The University of Minnesota is defining new standards for lactation spaces that could create more resources for users, adding on to the minimum criteria required by state law.
Minnesota state law requires that a workplace lactation space be a private room with access to an electrical outlet near the mother's workspace. The University, currently in the process of establishing additional criteria, will add that spaces must also be wheelchair accessible to be designated as an official University lactation space, said Lactation Advocacy Committee member Mikaela Robertson.
“Space Management has been working to define what the University standard will be so that these spaces can be more consistent across campus, and people will know what to expect when they want to use a lactation space,” said Paige Rohman, chief of staff at University Services.
This effort comes in response to the development of a resolution that passed in the University Senate in May. Developed by the LAC, the resolution called on the University to create a comprehensive lactation support policy, asking for a plan to build a complete network of lactation spaces on campus. At a University Senate meeting earlier this month, the Office of the President shared recent efforts to tackle lactation gaps across campus.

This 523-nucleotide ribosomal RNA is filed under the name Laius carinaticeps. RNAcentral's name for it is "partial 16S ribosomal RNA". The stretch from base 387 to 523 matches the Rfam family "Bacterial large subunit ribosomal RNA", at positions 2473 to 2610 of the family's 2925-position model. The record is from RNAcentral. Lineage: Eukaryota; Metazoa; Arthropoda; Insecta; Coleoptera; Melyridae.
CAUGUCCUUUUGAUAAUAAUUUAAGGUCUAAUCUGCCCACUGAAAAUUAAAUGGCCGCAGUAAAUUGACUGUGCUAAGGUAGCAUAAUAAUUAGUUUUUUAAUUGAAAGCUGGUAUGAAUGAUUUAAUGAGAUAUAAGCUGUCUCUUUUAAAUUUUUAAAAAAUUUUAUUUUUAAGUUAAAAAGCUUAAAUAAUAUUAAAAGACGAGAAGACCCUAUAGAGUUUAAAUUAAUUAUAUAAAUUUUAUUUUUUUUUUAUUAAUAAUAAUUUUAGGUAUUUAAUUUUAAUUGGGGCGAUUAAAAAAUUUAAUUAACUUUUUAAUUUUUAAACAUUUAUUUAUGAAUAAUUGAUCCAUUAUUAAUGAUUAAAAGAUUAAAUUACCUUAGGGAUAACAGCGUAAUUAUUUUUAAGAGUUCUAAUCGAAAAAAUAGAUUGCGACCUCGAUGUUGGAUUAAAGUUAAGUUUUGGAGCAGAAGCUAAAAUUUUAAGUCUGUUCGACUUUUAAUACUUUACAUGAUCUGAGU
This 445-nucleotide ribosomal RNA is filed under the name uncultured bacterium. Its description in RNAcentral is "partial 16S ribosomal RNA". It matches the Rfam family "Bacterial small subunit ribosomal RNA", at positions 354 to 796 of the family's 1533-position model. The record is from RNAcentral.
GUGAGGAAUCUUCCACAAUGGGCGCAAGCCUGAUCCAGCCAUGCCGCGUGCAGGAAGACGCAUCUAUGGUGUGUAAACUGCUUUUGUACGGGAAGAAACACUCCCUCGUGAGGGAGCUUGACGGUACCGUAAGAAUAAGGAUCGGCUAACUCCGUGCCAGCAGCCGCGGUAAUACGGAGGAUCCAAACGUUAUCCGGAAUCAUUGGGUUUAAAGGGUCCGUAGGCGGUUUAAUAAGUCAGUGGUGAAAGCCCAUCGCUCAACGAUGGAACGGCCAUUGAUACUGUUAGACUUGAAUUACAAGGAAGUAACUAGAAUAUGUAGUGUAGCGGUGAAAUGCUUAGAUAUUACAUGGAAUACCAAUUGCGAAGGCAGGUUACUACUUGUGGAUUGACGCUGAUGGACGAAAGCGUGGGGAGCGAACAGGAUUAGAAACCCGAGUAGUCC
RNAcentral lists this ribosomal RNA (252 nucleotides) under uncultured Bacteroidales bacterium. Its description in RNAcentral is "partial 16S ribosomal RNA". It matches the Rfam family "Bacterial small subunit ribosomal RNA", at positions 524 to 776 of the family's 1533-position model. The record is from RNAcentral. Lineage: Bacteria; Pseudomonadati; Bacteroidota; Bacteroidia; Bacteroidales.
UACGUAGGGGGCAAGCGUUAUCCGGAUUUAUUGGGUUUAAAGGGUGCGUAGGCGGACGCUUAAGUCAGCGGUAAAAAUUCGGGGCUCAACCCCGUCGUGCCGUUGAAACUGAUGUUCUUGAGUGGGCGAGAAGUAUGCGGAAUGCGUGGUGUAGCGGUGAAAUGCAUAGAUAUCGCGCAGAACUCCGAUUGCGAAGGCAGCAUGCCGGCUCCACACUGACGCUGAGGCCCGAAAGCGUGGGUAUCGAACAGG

University Services tasked a cross-departmental committee over the summer with addressing lactation space deserts at the University. The committee is composed of staff from several offices including the Women’s Center, the Office for Equity and Diversity, Facilities Management, Space Management Department and the Office of Human Resources.
In addition to establishing a universal standard for the spaces, the committee will identify gaps in lactation rooms and make recommendations for potential areas of investment.
To do this, Space Management mapped lactation spaces on campus, using a five-minute walk radius as a geographic tool to assess where lactation spaces were lacking, Rohman said. The Minnesota Department of Health recommends lactation rooms be within a five-minute walk from places of work or study.
Facilities Management will then look at potential buildings to determine what spaces can be converted to lactation space, Rohman said.
The process of adding new lactation spaces to campus buildings has always been a grassroots effort, Robertson said.
New lactation spaces are often responses to individual requests in specific departments and are often on a case-by-case basis.
As lactation programs become centrally managed by Facilities Management, the placement of lactation spaces can be more intentional.
“There’s much more stability with a centrally managed lactation program,” Robertson said. “For someone who’s breastfeeding, a lactation room is just like a bathroom for everybody else. It’s a biological need, and when you need it, you need it. We don’t think that lactation spaces should be treated any differently."